Which nanomaterial(s) are they using? Carbon nanotubes, graphene, gold nanoparticles, borophene, perovskite, fullerenes, etc.? The company’s Products page offers a little more information and some diagrams,
H2M fuel cell technology is well-adapted for a wide range of applications, from nomadic to stationary, enabling for easy transition to emission free systems. As the H2M nanomaterial is conformable, H2M hydrogen storage containers can be shaped to meet the application requirements; from extending flight duration for drones to grid scale renewable energy storage for solar, wind, and wave. H2M is the most effective Hydrogen storage ever designed.
There are no product names nor pictures of products other than this, which is in the banner,
No names, no branding, no product specifications.
Unusually for a startup, neither member of the executive team seems to have been the scientist who developed or is developing the nanomaterial for this technology. Also unusual, there’s not a scientific advisory board. Grace Quan has credentials as a Certified Public Accountant (CPA) and holds a Master of Business Administration (MB). Plus there’s this from the About Us page,
Grace has over 25 years of experience spanning a wealth of sectors including government – Federal Government of Canada, the Provincial Government (Minister’s Office) of Alberta; Academia – University of British Columbia, and Management of a Flying School; Not-for-Profit / Research Funding Agency – Genome British Columbia; and private sector with various management positions. Grace is well positioned to lead H2M in navigating the complicated world of Federal and Provincial politics and program funding requirements. At the same time Grace’s skills and expertise in the private sector will be invaluable in providing strategic direction in the marketing, finance, human resource, and production domains.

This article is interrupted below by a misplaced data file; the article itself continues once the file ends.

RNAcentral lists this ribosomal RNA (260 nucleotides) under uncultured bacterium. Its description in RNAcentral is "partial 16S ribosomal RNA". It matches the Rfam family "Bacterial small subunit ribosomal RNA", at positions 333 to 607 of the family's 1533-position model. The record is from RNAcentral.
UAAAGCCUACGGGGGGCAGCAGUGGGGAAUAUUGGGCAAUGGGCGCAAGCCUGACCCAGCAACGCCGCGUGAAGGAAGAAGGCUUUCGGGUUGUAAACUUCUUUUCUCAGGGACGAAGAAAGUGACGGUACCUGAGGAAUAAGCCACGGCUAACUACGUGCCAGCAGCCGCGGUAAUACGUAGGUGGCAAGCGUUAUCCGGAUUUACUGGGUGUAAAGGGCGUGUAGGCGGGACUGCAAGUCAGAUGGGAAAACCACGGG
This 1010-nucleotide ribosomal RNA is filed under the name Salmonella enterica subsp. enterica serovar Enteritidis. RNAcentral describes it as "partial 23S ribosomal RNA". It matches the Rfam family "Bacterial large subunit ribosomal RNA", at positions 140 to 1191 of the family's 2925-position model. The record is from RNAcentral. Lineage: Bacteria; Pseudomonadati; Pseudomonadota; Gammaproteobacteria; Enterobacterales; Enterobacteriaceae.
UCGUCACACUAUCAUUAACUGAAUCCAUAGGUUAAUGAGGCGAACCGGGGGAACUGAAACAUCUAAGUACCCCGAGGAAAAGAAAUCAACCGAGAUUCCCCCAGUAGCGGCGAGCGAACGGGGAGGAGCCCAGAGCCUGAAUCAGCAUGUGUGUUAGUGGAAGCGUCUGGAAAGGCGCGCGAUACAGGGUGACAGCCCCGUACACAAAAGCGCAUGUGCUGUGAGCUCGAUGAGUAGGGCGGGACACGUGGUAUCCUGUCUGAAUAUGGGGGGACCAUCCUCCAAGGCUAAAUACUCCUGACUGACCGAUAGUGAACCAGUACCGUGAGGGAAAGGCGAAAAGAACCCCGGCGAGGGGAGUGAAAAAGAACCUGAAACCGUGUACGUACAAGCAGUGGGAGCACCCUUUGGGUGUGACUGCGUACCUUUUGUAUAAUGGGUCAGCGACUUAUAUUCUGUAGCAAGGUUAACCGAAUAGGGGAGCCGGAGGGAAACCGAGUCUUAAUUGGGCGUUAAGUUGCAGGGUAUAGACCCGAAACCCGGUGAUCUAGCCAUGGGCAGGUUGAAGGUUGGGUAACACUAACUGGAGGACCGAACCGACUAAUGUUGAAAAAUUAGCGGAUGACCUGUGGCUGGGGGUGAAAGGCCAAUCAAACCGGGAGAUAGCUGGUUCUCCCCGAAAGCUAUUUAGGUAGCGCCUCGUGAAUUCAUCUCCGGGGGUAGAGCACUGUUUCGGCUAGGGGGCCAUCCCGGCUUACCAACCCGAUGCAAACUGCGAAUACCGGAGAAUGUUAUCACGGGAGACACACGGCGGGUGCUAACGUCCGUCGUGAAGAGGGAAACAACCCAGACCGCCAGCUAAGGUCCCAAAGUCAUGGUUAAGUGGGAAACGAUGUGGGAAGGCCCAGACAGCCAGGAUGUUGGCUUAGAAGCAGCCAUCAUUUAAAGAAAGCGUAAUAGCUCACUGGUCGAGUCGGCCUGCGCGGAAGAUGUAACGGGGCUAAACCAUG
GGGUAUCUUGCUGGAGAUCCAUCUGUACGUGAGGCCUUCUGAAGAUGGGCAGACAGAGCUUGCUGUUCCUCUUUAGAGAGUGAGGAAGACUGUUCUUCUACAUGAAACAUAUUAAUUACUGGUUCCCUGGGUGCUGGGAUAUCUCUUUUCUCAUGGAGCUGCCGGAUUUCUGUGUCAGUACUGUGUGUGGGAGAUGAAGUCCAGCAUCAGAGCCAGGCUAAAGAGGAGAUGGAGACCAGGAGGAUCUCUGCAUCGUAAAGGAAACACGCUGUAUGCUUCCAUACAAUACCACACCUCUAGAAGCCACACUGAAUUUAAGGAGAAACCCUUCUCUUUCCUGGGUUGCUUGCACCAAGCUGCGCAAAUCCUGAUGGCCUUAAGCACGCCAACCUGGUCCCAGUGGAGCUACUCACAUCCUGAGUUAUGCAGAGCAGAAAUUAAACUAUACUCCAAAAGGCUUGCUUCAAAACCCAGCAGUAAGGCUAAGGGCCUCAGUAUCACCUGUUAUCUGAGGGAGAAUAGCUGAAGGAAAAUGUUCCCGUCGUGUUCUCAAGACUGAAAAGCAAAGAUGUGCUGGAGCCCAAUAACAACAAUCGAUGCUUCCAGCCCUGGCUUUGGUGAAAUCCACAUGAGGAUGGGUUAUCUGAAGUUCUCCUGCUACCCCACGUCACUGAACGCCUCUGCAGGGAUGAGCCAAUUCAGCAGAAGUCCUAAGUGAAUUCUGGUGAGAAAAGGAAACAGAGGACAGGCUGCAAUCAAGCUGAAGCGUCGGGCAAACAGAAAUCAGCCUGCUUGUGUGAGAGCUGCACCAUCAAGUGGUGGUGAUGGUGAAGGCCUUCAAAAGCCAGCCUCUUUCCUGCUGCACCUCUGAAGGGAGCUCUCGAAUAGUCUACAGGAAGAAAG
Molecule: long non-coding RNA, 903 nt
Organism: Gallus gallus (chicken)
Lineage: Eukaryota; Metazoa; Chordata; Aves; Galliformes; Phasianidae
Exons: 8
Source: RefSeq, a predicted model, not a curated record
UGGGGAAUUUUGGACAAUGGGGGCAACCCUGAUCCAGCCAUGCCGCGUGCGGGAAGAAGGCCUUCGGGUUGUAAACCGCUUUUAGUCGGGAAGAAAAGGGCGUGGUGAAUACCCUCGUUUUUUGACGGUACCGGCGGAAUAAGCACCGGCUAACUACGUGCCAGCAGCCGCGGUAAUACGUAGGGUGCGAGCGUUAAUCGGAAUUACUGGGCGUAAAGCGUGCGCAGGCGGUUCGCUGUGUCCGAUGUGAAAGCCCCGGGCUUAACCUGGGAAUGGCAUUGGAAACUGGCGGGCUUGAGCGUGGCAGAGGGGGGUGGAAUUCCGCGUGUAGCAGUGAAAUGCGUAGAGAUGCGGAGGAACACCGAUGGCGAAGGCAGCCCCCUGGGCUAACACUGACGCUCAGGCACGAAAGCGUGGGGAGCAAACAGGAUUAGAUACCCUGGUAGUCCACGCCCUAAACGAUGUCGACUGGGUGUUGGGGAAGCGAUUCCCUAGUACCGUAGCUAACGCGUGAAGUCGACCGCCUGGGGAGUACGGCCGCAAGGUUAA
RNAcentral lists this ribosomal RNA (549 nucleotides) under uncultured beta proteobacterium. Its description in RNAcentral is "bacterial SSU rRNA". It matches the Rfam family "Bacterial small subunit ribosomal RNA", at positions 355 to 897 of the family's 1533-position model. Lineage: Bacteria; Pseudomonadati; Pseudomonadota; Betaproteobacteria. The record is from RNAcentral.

The other member of the executive team, Mark Cannon, the chief technical officer, has a Master of Science and a Bachelor of Mathematics. Plus there’s this from the About Us page,
Mark has over thirty years of experience commercializing academic developments, covering such diverse fields as: real time vision analysis, electromagnetic measurement and simulation, Computer Aided Design of printed circuit boards and microchips, custom integrated semiconductor chips for encryption, optical fibre signal measurement and recovery, and building energy management systems. He has worked at major research and development companies such as Systemhouse, Bell-Northern Research (later absorbed by Nortel), and Cadence Design Systems. Mark is very familiar with technology startups, the exigencies of entrepreneurship, and the business cycle of introducing new products into the market having cofounded two successful start-ups: Unicad Inc. (bought by Cooper & Chyan Technologies) and Viewnyx Corporation. He has also held key roles in two other start-ups, Chrysalis ITS and Optovation Inc.
His experience seems almost entirely focused on electronics and optics. It’s not clear to me how this experience is transferable to hydrogen storage and nanomaterials. (As well, his TechCrunch profile lists him as having founded one company rather than the three listed in his company’s profile.)
The company’s R&D page offers an overview of the process, the skills needed to conduct the research, and some quite interesting details about hydrogen storage but no scientific papers,
Conceive/Improve Theoretical Modelling